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Mixed news in landslide area

David Scherer surveys the damage Thursday after returning to his home after Wednesday's landslide in Laguna Beach Calif.
 (Associated Press / The Spokesman-Review)
David Scherer surveys the damage Thursday after returning to his home after Wednesday's landslide in Laguna Beach Calif. (Associated Press / The Spokesman-Review)
William M. Welch USA Today

LAGUNA BEACH, Calif. – Evacuated residents of Blue Bird Canyon began returning to their homes Thursday, some just to retrieve vital items and others to resume their lives, on a picturesque Pacific hillside devastated by a landslide a day earlier.

A light rain fell, an unwelcome complication to a disaster that city officials blame on unusually heavy rains earlier this year. Geologists hired by the city said water took weeks to soak through layers of soil and undermine the foundations of million-dollar homes.

But City Manager Ken Frank told exhausted residents at an afternoon meeting that “we believe the slide is grossly stable at this point.” Frank suggested there was no apparent danger of another major collapse.

“There doesn’t appear to be much movement around,” he said. He added that the city was establishing ground monitors and that geologists would begin drilling through the layers of soil and bedrock to learn more about the cause of the landslide and determine the boundaries of the weakened areas. The tests could take months, he said.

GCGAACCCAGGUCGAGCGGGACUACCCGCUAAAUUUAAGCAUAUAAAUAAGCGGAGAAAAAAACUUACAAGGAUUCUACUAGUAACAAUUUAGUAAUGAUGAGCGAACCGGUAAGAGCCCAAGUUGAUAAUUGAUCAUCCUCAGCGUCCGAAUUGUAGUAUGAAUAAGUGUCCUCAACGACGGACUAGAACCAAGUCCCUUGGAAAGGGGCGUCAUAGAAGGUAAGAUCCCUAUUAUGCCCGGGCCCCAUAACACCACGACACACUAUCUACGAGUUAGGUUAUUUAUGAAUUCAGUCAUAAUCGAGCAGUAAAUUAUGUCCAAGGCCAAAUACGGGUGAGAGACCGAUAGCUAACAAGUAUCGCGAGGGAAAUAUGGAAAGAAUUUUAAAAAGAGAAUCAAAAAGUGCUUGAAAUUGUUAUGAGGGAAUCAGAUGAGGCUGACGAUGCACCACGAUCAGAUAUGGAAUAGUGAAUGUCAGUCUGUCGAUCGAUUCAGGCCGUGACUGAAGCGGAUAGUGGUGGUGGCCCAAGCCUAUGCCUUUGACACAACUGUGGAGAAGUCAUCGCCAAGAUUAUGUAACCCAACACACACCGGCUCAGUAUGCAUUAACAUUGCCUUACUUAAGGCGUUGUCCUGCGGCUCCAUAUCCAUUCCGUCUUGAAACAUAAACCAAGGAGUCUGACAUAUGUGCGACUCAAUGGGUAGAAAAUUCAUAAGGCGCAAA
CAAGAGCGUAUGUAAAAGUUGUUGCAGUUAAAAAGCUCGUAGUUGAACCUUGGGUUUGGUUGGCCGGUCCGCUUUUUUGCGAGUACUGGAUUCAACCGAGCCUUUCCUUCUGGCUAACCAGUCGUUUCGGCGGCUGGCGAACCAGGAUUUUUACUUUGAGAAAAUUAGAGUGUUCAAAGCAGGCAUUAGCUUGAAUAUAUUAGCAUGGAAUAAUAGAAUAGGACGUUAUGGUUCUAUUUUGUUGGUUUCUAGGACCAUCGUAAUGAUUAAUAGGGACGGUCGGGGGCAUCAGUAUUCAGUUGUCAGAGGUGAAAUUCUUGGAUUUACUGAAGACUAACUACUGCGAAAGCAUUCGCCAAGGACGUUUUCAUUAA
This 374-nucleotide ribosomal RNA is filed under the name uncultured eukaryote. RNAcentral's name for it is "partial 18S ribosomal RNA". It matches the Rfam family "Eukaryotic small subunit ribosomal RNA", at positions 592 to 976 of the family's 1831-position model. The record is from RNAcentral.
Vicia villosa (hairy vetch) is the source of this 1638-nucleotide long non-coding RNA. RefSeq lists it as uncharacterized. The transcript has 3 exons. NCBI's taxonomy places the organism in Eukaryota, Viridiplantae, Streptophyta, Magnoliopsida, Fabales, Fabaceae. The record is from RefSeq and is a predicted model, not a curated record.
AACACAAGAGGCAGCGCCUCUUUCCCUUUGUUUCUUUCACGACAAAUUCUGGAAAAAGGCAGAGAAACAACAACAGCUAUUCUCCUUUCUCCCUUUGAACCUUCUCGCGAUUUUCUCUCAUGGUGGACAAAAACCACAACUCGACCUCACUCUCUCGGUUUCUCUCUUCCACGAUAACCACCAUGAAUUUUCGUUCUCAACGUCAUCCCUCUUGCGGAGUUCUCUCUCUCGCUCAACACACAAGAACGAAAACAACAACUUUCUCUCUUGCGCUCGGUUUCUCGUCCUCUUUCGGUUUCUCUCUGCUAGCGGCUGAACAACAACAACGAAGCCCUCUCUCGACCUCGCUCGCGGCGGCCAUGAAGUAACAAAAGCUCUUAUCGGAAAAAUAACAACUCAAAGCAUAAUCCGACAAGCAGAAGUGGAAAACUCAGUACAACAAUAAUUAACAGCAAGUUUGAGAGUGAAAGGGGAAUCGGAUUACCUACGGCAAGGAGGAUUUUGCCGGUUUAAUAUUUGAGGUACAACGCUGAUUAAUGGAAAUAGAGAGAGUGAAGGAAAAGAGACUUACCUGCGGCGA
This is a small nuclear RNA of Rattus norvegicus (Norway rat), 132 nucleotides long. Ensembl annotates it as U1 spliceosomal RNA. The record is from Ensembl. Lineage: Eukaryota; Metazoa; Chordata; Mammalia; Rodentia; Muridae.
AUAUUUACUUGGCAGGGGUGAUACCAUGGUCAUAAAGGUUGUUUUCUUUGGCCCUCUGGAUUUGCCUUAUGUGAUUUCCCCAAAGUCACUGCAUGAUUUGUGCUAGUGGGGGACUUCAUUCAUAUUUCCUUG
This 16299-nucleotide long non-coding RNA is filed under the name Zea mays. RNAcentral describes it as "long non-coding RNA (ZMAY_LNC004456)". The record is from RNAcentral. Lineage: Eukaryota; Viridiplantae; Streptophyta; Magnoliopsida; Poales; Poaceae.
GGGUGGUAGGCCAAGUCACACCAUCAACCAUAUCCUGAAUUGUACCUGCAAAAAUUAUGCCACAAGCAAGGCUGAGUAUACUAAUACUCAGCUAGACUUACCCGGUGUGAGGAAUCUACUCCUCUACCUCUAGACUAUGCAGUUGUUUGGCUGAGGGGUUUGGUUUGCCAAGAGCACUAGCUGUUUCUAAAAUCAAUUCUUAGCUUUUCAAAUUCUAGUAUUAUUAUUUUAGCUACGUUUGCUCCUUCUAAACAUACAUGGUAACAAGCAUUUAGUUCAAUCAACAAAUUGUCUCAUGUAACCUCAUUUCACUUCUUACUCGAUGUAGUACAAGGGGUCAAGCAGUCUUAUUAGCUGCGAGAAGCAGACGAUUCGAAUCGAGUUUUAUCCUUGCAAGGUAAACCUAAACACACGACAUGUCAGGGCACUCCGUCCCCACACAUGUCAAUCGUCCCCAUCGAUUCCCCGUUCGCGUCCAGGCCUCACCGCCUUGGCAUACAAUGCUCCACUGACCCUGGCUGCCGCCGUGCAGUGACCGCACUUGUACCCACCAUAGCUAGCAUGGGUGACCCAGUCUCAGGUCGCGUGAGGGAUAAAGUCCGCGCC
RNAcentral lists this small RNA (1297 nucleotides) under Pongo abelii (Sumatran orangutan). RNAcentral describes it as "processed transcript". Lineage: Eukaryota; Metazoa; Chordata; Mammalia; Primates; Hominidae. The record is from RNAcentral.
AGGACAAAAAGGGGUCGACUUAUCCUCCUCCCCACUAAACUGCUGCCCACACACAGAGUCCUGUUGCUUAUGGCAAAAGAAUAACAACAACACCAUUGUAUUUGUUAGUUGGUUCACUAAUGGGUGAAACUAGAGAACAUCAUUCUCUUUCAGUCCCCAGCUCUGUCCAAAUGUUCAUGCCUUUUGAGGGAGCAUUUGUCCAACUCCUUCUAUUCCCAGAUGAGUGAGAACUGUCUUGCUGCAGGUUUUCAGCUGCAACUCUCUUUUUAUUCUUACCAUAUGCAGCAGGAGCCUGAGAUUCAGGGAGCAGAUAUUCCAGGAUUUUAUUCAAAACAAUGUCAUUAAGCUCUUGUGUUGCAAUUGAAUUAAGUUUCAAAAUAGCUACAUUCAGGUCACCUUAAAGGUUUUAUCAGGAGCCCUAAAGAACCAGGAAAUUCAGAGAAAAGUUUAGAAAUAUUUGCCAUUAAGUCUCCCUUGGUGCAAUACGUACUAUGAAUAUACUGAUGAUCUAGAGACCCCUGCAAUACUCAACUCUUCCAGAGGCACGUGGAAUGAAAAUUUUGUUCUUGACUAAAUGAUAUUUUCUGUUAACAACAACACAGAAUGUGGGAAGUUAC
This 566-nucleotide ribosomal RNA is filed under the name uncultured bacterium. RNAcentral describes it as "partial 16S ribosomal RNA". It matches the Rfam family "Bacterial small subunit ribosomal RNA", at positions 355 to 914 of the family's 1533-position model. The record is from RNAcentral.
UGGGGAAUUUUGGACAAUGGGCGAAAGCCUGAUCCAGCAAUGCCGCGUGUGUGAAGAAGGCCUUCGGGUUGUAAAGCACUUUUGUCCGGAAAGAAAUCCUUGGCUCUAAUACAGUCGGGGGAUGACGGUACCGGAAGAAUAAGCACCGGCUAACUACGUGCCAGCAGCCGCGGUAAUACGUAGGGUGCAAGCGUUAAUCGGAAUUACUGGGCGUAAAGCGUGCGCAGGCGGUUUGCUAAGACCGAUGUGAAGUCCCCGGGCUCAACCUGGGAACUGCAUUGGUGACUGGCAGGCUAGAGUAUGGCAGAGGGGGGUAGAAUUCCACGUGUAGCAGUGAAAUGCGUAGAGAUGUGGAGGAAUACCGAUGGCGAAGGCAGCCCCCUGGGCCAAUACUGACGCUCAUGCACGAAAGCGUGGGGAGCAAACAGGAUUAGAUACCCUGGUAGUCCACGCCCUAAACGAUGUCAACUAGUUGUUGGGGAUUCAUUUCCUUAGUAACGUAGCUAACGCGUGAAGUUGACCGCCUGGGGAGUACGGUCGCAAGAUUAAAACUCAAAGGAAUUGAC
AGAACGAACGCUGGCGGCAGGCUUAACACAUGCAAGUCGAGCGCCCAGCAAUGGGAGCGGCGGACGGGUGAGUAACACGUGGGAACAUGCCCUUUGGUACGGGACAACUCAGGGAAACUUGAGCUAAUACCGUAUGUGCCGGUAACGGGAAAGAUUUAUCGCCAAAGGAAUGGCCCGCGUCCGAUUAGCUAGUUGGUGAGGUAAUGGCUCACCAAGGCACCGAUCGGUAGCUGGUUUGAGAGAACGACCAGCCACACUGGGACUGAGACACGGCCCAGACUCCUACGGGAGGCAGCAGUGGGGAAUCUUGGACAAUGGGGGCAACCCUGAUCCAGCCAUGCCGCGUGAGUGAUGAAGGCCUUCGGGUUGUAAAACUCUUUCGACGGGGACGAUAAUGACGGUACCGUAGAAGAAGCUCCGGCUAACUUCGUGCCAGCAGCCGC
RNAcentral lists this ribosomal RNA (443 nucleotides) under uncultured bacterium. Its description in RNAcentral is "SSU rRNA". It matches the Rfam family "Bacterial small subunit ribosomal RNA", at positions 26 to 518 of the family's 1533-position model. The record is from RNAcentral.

Residents of homes outside the “hot zone,” where the most heavily damaged and threatened homes are located, were given permission to begin returning late Thursday evening. They were being allowed in on a staggered schedule based on address, city police Capt. Danelle Adams said.

Adams urged residents, however, to delay their return by a day or two to give utility crews and city workers time to restore water, sewer and gas service. “If you want to stay, that’s up to you,” Adams told residents.

But for residents of 48 homes, the news wasn’t so good.

The city tagged homes it said were destroyed or no long habitable. Residents would be allowed back to some of them to retrieve medicines and valuables on a case-by-case basis. Frank warned residents of the most heavily damaged homes, a dozen or more, that the wreckage was too dangerous for them to enter even for a few minutes. To those residents, he said, “You’re not going to get in your houses for months.”

A few people managed to get to their homes before officials conducted a briefing at the City Hall. There, hundreds of evacuated people waiting for word about their homes jammed a meeting room and spilled out the doors and down the hall.

Lynda Sharp, 65, was allowed past police lines with her daughter Stacia Marin, of nearby Mission Viejo, for a few minutes. Her two-story home sits at the base of the slide area and was untouched. In front of her house, police cars, utility trucks and pieces of heavy earth-moving equipment idled noisily or moved slowly. “This is what we’ll live with for the next two years,” Marin said.

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